So, the United Nations has authorized its members to take “all necessary measures” to protect civilians and civilian centers..
Oh, joy! Now we can put American troops at risk in Libya for….wait, why exactly are we sending American soldiers to Libya? Is it in our our interest to send our soldiers to Libya? Nobody thought it was six months ago. If it’s supposed to be in our interest today, it’s hard to know why that would be.
So why are we going to send troops to Libya?
Is it on humanitarian grounds? While there’s SOMETHING to be said for that, it doesn’t make sense to do it just for that reason. If we did, we’d end up sending our troops somewhere on the planet AT LEAST 2-3 times a year.
Are we doing it to stick up for our allies? No, because the Libyan people aren’t allied with us, nor are they particularly friendly to us, nor are they likely to be even after we help them.
Could it be to fight terrorism? Actually the Libyan version of Al-Qaeda is fighting WITH the rebels. So, yes, we will be sending in American bombers, at least in part, to protect Al-Qaeda from Gaddafi.
Are we doing it to spread democracy? It’s hard to make that case, since it’s far from certain that democracy will follow Gaddafi in Libya.
So, WHY ARE WE going to Libya?
Because we might be able to do some good and we think it’ll be easy? Well MAYBE, it’ll turn out to be easy. But if so, why are we needed at all? It’s not like we don’t already have our hands full. It’s not as if we haven’t already done our part to rid the world of dictators. It’s not as if half the nations that want us involved in Libya haven’t been kvetching non-stop about the way we’ve been using our military already.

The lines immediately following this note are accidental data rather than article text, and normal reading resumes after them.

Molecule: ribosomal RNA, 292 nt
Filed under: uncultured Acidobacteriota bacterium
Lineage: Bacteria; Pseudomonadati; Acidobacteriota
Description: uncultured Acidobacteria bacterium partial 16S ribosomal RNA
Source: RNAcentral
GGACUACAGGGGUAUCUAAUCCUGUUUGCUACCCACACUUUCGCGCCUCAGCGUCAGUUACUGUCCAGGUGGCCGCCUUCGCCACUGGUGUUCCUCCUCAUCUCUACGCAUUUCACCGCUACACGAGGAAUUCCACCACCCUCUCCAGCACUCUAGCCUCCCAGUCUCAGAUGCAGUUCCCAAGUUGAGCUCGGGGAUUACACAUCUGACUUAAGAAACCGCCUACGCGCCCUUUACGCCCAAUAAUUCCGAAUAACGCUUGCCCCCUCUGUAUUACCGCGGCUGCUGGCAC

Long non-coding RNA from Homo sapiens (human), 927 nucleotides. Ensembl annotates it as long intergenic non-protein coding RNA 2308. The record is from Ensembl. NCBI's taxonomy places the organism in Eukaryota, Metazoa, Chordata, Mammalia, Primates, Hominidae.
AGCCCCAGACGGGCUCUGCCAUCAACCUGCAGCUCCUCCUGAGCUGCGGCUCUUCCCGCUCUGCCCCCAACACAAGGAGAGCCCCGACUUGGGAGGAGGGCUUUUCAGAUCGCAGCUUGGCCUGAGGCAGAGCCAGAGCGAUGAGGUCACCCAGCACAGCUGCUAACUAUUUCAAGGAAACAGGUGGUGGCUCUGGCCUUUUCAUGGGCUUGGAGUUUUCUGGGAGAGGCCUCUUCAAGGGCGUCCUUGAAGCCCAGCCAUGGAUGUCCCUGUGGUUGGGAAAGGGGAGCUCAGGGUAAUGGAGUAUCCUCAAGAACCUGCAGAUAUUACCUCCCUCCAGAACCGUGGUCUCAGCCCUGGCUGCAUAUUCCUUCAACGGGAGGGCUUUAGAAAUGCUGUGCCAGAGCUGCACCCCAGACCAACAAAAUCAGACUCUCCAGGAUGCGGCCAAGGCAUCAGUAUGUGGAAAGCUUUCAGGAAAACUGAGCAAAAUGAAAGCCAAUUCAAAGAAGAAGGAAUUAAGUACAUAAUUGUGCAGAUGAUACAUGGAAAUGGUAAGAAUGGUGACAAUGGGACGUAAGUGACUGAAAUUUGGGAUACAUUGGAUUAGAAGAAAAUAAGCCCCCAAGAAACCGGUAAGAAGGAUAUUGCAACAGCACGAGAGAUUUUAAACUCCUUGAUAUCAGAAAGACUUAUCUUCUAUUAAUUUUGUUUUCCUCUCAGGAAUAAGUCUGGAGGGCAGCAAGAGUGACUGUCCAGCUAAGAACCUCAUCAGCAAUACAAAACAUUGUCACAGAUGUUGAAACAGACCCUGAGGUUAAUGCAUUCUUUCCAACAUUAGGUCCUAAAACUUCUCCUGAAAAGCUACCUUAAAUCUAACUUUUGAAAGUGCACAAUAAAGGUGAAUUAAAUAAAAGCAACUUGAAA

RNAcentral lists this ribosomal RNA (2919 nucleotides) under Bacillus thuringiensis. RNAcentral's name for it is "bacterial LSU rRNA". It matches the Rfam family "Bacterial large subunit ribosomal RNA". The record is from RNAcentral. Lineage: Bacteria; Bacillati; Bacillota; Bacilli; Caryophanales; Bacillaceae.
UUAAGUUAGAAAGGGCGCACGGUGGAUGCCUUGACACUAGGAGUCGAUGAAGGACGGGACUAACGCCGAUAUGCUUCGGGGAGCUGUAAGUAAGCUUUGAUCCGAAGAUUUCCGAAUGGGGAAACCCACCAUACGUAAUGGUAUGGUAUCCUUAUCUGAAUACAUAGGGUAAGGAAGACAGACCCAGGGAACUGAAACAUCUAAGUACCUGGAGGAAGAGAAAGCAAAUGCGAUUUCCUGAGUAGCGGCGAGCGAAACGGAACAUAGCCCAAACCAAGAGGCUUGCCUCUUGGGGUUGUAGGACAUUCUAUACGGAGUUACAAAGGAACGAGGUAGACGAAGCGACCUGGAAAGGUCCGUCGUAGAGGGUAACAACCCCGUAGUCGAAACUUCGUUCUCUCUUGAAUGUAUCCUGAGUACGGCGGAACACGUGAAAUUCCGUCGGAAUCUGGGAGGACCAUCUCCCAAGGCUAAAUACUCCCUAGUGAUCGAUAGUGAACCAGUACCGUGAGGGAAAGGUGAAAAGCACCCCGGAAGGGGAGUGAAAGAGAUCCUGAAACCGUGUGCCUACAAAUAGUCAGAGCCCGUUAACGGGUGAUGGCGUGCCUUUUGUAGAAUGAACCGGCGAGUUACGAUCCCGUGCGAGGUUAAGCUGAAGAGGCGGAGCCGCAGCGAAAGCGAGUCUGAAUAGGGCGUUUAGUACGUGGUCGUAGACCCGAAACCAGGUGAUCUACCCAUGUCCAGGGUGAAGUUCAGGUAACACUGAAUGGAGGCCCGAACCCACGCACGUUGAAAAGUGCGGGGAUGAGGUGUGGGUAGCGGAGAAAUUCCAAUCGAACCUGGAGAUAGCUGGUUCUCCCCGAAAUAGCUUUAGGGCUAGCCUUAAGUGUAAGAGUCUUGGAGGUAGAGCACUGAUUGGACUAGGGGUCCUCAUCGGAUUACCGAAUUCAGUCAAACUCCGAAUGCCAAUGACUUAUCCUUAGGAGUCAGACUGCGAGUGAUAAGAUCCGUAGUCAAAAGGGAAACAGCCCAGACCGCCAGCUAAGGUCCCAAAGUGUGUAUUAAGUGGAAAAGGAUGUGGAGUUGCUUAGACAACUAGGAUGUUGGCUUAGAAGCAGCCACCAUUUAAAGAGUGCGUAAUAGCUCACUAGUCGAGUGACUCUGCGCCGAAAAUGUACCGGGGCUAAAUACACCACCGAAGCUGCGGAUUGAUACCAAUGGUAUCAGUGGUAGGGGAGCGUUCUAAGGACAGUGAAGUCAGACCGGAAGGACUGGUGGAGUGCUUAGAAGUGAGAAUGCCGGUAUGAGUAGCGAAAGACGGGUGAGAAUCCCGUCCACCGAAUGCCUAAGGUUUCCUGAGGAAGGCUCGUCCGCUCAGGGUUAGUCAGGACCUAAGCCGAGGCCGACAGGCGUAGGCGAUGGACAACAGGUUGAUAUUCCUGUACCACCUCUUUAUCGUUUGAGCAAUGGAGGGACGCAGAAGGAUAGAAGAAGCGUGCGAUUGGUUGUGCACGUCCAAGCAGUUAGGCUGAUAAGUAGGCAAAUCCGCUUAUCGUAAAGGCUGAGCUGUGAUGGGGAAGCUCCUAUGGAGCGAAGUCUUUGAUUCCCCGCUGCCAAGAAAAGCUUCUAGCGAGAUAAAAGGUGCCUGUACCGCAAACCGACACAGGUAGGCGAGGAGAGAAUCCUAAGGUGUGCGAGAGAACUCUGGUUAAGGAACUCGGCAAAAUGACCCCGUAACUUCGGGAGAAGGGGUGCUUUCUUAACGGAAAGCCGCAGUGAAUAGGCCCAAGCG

Moreover, have we considered what might go wrong?
What if Gaddafi blows up Libya’s oil production in retaliation? What if Gaddafi crushes the rebels before we get into action? What if the only way to get the rebels back in the fight is with ground troops? What happens if we accidentally kill Libyan civilians? What if Gaddafi captures American troops? What if the rebels win and then they start fighting each other for control and we end up in the middle of a Civil War? What if we need thousands of ground troops in Libya for a decade to stabilize the country and keep it from splitting into different nations?
We also might wonder what message this sends to nations like North Korea when Gaddafi worked with the United States and gave up his WMDs, only to have us help oust him soon thereafter. Of course, if he had kept his WMDs, we wouldn’t have gotten involved.
At the end of the day, Gaddafi is a bad guy with American blood on his hands. Nobody should be sorry to see him sent to hell on a shutter. Moreover, we can certainly give moral support to the rebels — we should do that. But, the very first question that should always be asked before we use our military hasn’t been asked. We should always begin with, “Is this in our national interest? Is there anything there worth purchasing with American blood and treasure?” In Iraq and Afghanistan, the answer was “yes,” but in Libya, the answer is, “No.” Still, plenty of people think we should get involved because they believe it will be a snap. Maybe it will be. But war — and euphemisms aside, that’s what this is — can have surprising twists. That was certainly the case in Iraq and it could conceivably be the case in Libya as well.
With everything else we already have going on, this is not a risk we should be willing to take. Let some other nation or collection of nations handle it.